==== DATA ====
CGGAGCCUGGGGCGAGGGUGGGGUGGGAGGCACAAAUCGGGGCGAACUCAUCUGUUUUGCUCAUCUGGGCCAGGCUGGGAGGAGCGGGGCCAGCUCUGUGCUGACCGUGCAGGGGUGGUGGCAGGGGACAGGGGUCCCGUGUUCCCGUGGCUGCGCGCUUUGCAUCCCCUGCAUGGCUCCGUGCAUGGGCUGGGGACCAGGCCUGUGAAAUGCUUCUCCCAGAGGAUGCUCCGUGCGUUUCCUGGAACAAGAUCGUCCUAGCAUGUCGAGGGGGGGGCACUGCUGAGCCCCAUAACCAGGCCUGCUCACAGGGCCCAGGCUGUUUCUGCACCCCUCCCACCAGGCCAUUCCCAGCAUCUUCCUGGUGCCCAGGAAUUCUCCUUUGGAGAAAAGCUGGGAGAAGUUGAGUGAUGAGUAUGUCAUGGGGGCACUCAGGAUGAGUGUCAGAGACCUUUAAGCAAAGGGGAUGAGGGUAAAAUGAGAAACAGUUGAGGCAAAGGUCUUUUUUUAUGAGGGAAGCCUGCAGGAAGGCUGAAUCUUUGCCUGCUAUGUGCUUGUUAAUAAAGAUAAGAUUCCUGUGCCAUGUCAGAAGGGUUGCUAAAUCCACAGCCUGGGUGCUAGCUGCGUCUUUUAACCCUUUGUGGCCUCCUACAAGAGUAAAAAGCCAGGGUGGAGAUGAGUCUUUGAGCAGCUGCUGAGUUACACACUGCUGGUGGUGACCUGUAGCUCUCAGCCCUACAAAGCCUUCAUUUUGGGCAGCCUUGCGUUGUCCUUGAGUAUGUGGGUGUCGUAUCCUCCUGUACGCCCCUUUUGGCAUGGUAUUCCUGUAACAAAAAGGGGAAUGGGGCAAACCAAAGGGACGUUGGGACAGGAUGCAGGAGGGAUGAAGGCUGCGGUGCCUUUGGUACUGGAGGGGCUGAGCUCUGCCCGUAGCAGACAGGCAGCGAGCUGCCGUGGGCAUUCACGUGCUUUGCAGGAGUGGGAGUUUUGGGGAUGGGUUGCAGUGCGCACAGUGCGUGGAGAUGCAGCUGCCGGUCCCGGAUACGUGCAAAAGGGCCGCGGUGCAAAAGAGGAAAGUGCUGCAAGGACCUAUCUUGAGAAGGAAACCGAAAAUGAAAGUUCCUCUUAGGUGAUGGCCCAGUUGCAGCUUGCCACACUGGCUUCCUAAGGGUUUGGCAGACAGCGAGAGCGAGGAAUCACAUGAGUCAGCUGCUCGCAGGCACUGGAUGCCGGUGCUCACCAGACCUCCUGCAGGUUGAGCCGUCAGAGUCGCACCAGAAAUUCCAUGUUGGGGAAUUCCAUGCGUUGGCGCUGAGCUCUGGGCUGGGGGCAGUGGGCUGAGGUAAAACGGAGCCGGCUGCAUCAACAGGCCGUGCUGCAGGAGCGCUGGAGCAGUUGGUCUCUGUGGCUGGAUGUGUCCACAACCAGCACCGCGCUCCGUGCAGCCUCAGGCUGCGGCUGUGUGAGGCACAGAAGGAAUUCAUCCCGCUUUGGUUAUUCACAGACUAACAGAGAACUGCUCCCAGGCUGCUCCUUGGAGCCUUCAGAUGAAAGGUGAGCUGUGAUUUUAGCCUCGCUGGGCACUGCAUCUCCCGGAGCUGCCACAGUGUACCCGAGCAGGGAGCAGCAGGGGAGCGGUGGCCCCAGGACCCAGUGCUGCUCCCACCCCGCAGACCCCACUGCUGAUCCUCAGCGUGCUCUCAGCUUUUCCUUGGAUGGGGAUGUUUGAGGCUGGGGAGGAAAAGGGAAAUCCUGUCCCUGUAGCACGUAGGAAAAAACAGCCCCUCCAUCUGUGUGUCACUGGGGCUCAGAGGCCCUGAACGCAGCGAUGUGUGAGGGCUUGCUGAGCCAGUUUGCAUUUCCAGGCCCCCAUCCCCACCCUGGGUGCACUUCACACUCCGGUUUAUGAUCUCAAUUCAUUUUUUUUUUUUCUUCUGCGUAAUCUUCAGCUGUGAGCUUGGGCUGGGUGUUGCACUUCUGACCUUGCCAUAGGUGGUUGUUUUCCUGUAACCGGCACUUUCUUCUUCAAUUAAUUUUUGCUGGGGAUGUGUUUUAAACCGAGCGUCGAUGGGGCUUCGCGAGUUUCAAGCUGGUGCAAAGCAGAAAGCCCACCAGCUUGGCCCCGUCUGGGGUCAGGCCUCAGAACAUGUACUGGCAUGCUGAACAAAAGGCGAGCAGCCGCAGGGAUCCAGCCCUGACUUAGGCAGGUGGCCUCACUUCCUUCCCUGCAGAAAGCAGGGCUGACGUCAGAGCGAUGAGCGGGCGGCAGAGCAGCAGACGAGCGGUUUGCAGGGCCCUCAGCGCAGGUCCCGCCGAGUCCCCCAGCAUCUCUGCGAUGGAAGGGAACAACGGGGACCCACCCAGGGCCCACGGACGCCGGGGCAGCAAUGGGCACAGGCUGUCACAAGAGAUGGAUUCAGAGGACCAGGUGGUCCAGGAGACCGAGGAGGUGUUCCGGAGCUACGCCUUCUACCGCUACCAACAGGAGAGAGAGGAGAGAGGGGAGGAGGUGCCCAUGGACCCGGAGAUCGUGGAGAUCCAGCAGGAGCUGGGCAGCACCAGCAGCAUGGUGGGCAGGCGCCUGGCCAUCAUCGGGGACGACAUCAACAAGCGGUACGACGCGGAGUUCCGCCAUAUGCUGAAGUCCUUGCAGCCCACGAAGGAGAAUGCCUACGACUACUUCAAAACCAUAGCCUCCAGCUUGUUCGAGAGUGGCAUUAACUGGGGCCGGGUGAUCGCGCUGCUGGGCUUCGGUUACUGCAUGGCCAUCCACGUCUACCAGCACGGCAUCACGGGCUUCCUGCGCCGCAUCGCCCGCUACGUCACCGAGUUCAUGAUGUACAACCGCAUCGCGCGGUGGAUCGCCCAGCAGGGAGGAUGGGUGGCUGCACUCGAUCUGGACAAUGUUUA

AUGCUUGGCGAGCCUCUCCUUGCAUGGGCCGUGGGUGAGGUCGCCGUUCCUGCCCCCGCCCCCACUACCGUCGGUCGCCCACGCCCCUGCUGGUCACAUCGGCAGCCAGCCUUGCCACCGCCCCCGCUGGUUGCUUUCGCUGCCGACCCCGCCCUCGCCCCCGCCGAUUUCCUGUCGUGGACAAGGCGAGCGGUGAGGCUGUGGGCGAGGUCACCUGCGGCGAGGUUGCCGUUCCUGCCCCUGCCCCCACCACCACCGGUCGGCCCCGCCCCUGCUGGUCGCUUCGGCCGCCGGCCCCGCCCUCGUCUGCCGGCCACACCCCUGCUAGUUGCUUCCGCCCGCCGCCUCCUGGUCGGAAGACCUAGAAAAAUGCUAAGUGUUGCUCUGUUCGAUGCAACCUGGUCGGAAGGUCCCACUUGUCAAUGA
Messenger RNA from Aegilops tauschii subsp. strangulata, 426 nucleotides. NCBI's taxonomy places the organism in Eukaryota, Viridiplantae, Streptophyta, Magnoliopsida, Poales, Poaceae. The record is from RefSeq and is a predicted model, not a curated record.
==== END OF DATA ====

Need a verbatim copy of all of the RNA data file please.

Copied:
CGGAGCCUGGGGCGAGGGUGGGGUGGGAGGCACAAAUCGGGGCGAACUCAUCUGUUUUGCUCAUCUGGGCCAGGCUGGGAGGAGCGGGGCCAGCUCUGUGCUGACCGUGCAGGGGUGGUGGCAGGGGACAGGGGUCCCGUGUUCCCGUGGCUGCGCGCUUUGCAUCCCCUGCAUGGCUCCGUGCAUGGGCUGGGGACCAGGCCUGUGAAAUGCUUCUCCCAGAGGAUGCUCCGUGCGUUUCCUGGAACAAGAUCGUCCUAGCAUGUCGAGGGGGGGGCACUGCUGAGCCCCAUAACCAGGCCUGCUCACAGGGCCCAGGCUGUUUCUGCACCCCUCCCACCAGGCCAUUCCCAGCAUCUUCCUGGUGCCCAGGAAUUCUCCUUUGGAGAAAAGCUGGGAGAAGUUGAGUGAUGAGUAUGUCAUGGGGGCACUCAGGAUGAGUGUCAGAGACCUUUAAGCAAAGGGGAUGAGGGUAAAAUGAGAAACAGUUGAGGCAAAGGUCUUUUUUUAUGAGGGAAGCCUGCAGGAAGGCUGAAUCUUUGCCUGCUAUGUGCUUGUUAAUAAAGAUAAGAUUCCUGUGCCAUGUCAGAAGGGUUGCUAAAUCCACAGCCUGGGUGCUAGCUGCGUCUUUUAACCCUUUGUGGCCUCCUACAAGAGUAAAAAGCCAGGGUGGAGAUGAGUCUUUGAGCAGCUGCUGAGUUACACACUGCUGGUGGUGACCUGUAGCUCUCAGCCCUACAAAGCCUUCAUUUUGGGCAGCCUUGCGUUGUCCUUGAGUAUGUGGGUGUCGUAUCCUCCUGUACGCCCCUUUUGGCAUGGUAUUCCUGUAACAAAAAGGGGAAUGGGGCAAACCAAAGGGACGUUGGGACAGGAUGCAGGAGGGAUGAAGGCUGCGGUGCCUUUGGUACUGGAGGGGCUGAGCUCUGCCCGUAGCAGACAGGCAGCGAGCUGCCGUGGGCAUUCACGUGCUUUGCAGGAGUGGGAGUUUUGGGGAUGGGUUGCAGUGCGCACAGUGCGUGGAGAUGCAGCUGCCGGUCCCGGAUACGUGCAAAAGGGCCGCGGUGCAAAAGAGGAAAGUGCUGCAAGGACCUAUCUUGAGAAGGAAACCGAAAAUGAAAGUUCCUCUUAGGUGAUGGCCCAGUUGCAGCUUGCCACACUGGCUUCCUAAGGGUUUGGCAGACAGCGAGAGCGAGGAAUCACAUGAGUCAGCUGCUCGCAGGCACUGGAUGCCGGUGCUCACCAGACCUCCUGCAGGUUGAGCCGUCAGAGUCGCACCAGAAAUUCCAUGUUGGGGAAUUCCAUGCGUUGGCGCUGAGCUCUGGGCUGGGGGCAGUGGGCUGAGGUAAAACGGAGCCGGCUGCAUCAACAGGCCGUGCUGCAGGAGCGCUGGAGCAGUUGGUCUCUGUGGCUGGAUGUGUCCACAACCAGCACCGCGCUCCGUGCAGCCUCAGGCUGCGGCUGUGUGAGGCACAGAAGGAAUUCAUCCCGCUUUGGUUAUUCACAGACUAACAGAGAACUGCUCCCAGGCUGCUCCUUGGAGCCUUCAGAUGAAAGGUGAGCUGUGAUUUUAGCCUCGCUGGGCACUGCAUCUCCCGGAGCUGCCACAGUGUACCCGAGCAGGGAGCAGCAGGGGAGCGGUGGCCCCAGGACCCAGUGCUGCUCCCACCCCGCAGACCCCACUGCUGAUCCUCAGCGUGCUCUCAGCUUUUCCUUGGAUGGGGAUGUUUGAGGCUGGGGAGGAAAAGGGAAAUCCUGUCCCUGUAGCACGUAGGAAAAAACAGCCCCUCCAUCUGUGUGUCACUGGGGCUCAGAGGCCCUGAACGCAGCGAUGUGUGAGGGCUUGCUGAGCCAGUUUGCAUUUCCAGGCCCCCAUCCCCACCCUGGGUGCACUUCACACUCCGGUUUAUGAUCUCAAUUCAUUUUUUUUUUUUCUUCUGCGUAAUCUUCAGCUGUGAGCUUGGGCUGGGUGUUGCACUUCUGACCUUGCCAUAGGUGGUUGUUUUCCUGUAACCGGCACUUUCUUCUUCAAUUAAUUUUUGCUGGGGAUGUGUUUUAAACCGAGCGUCGAUGGGGCUUCGCGAGUUUCAAGCUGGUGCAAAGCAGAAAGCCCACCAGCUUGGCCCCGUCUGGGGUCAGGCCUCAGAACAUGUACUGGCAUGCUGAACAAAAGGCGAGCAGCCGCAGGGAUCCAGCCCUGACUUAGGCAGGUGGCCUCACUUCCUUCCCUGCAGAAAGCAGGGCUGACGUCAGAGCGAUGAGCGGGCGGCAGAGCAGCAGACGAGCGGUUUGCAGGGCCCUCAGCGCAGGUCCCGCCGAGUCCCCCAGCAUCUCUGCGAUGGAAGGGAACAACGGGGACCCACCCAGGGCCCACGGACGCCGGGGCAGCAAUGGGCACAGGCUGUCACAAGAGAUGGAUUCAGAGGACCAGGUGGUCCAGGAGACCGAGGAGGUGUUCCGGAGCUACGCCUUCUACCGCUACCAACAGGAGAGAGAGGAGAGAGGGGAGGAGGUGCCCAUGGACCCGGAGAUCGUGGAGAUCCAGCAGGAGCUGGGCAGCACCAGCAGCAUGGUGGGCAGGCGCCUGGCCAUCAUCGGGGACGACAUCAACAAGCGGUACGACGCGGAGUUCCGCCAUAUGCUGAAGUCCUUGCAGCCCACGAAGGAGAAUGCCUACGACUACUUCAAAACCAUAGCCUCCAGCUUGUUCGAGAGUGGCAUUAACUGGGGCCGGGUGAUCGCGCUGCUGGGCUUCGGUUACUGCAUGGCCAUCCACGUCUACCAGCACGGCAUCACGGGCUUCCUGCGCCGCAUCGCCCGCUACGUCACCGAGUUCAUGAUGUACAACCGCAUCGCGCGGUGGAUCGCCCAGCAGGGAGGAUGGGUGGCUGCACUCGAUCUGGACAAUGUUUA

AUGCUUGGCGAGCCUCUCCUUGCAUGGGCCGUGGGUGAGGUCGCCGUUCCUGCCCCCGCCCCCACUACCGUCGGUCGCCCACGCCCCUGCUGGUCACAUCGGCAGCCAGCCUUGCCACCGCCCCCGCUGGUUGCUUUCGCUGCCGACCCCGCCCUCGCCCCCGCCGAUUUCCUGUCGUGGACAAGGCGAGCGGUGAGGCUGUGGGCGAGGUCACCUGCGGCGAGGUUGCCGUUCCUGCCCCUGCCCCCACCACCACCGGUCGGCCCCGCCCCUGCUGGUCGCUUCGGCCGCCGGCCCCGCCCUCGUCUGCCGGCCACACCCCUGCUAGUUGCUUCCGCCCGCCGCCUCCUGGUCGGAAGACCUAGAAAAAUGCUAAGUGUUGCUCUGUUCGAUGCAACCUGGUCGGAAGGUCCCACUUGUCAAUGA
Messenger RNA from Aegilops tauschii subsp. strangulata, 426 nucleotides. NCBI's taxonomy places the organism in Eukaryota, Viridiplantae, Streptophyta, Magnoliopsida, Poales, Poaceae. The record is from RefSeq and is a predicted model, not a curated record.